When this repeating pattern leads to re-injury, the wound can’t heal. The pattern repeats endlessly. In fact, it can get more severe with time, especially when the wound is emotional or spiritual in nature.

This gives rise to the observation that when we don’t learn and grow from the pains and annoyances that life brings, the universe patiently repeats the lesson, each time with more volume. Perhaps the challenge starts as a minor annoyance, but if it is ignored for long enough, it grows to staggering dimensions. What may start as a gentle tap on the shoulder will become a tug on the sleeve if we continue to ignore it. Eventually, it’ll become a two-by-four to the back of the head. All offered with love and grace.

It is interesting that we are free to think of this in different ways. Some speak of lessons and growth. Others speak of healing and growth. In either paradigm, the patterns of frustration, annoyance, and so on are nothing more than repeated occurrences of opportunities to learn and heal.

We are free to choose our responses to those opportunities. We can continue to ignore them and dive into the associated story, becoming lost like Elmer and Daffy, and obsess on how the other person or the whole world really needs to change. This route leads to greater and greater suffering as the volume is turned up and our emotional reactions grow. We can eventually immerse ourselves so completely in the emotional reaction that we no longer have a separate sense of who we are. All we know of ourselves is the anger, fear, pain, etc.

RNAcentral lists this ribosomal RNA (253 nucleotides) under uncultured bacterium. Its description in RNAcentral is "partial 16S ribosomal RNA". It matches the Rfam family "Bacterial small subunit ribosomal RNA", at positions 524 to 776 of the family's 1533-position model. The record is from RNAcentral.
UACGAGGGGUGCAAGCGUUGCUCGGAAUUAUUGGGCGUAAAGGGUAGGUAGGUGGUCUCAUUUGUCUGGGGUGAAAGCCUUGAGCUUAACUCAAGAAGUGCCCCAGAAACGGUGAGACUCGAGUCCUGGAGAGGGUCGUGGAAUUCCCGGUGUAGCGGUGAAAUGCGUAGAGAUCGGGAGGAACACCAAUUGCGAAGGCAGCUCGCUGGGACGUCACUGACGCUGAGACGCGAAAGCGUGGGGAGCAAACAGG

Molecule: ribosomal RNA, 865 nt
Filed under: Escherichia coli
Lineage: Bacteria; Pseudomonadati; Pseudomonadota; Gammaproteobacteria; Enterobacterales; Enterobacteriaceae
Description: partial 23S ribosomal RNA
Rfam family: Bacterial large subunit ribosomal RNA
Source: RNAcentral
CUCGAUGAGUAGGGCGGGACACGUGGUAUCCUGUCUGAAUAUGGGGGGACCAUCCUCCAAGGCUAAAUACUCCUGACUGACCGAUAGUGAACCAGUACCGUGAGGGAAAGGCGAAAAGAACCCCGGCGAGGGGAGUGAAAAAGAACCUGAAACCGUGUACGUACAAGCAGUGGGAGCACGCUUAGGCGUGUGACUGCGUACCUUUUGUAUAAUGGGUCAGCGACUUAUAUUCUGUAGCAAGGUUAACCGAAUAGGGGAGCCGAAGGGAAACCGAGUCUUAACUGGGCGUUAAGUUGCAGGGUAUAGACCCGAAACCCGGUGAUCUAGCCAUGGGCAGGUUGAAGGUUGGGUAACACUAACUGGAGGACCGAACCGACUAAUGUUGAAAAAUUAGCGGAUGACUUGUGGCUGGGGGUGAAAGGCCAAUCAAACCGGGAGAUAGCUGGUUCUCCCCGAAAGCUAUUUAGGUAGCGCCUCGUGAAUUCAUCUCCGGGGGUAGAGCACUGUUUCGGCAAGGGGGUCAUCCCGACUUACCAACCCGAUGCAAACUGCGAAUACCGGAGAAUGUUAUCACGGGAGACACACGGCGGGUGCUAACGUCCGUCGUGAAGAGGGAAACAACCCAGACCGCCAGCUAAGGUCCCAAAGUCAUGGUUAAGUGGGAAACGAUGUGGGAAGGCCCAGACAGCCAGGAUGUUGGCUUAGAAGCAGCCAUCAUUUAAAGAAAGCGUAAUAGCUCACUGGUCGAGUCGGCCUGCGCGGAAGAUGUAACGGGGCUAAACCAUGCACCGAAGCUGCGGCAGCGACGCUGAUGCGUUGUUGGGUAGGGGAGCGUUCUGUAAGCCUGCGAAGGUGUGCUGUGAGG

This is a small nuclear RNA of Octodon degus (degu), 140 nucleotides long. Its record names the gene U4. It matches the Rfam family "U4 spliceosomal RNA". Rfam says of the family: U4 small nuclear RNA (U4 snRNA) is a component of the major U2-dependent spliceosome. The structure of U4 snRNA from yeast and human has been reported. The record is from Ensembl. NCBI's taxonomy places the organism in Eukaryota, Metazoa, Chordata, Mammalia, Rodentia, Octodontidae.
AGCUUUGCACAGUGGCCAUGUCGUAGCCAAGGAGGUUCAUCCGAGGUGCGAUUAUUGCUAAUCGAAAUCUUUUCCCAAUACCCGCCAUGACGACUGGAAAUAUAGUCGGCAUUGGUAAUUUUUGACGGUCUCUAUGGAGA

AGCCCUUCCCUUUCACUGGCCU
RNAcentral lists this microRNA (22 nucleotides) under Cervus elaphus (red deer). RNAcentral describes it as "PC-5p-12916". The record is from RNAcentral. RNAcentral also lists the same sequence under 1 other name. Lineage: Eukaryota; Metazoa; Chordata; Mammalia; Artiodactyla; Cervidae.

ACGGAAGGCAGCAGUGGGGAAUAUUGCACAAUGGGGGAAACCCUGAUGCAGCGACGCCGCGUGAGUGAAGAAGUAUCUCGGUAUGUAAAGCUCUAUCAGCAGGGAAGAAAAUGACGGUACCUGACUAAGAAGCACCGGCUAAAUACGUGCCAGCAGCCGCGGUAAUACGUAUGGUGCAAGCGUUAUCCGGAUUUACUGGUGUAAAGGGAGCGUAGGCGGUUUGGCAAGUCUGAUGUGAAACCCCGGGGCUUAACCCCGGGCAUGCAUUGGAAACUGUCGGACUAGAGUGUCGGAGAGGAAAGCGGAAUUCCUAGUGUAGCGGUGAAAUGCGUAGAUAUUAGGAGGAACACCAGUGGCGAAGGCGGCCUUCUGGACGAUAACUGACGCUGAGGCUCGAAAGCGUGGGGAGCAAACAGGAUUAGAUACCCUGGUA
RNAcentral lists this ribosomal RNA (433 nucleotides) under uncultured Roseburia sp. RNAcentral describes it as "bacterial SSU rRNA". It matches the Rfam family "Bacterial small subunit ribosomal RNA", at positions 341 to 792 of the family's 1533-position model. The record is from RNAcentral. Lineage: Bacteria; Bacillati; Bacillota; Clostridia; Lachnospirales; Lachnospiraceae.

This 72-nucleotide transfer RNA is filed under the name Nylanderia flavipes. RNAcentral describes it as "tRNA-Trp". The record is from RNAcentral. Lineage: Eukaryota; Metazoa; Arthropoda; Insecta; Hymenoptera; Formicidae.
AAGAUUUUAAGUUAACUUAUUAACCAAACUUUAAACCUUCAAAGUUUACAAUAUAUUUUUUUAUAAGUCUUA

Alternatively, we can be aware that there is a path to healing and learning in the suffering and open to it. The truth at the heart of the suffering is liberating. Amazingly (and laughingly), the emotional upset that we feel is both the tip off that there’s something there for us and the means to track it back to the foundational lesson or wound.

How can we do this? The first step is to recognize that a lesson is presenting itself. Witness consciousness can open this door.

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Thoughts Are Things

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by DCH Park

One of the fundamental concepts or realizations found in the success literature can be summed up by saying that “Thoughts are Things”. It may seem strange at first, but it is nonetheless true that everything created in life begins with a thought.

This is true for technical designers as well as architects who both must carefully think through and plan every detail of a new device or building. A moment’s reflection will make it clear that this is also true whenever we make a decision to do something, move something, or create something new.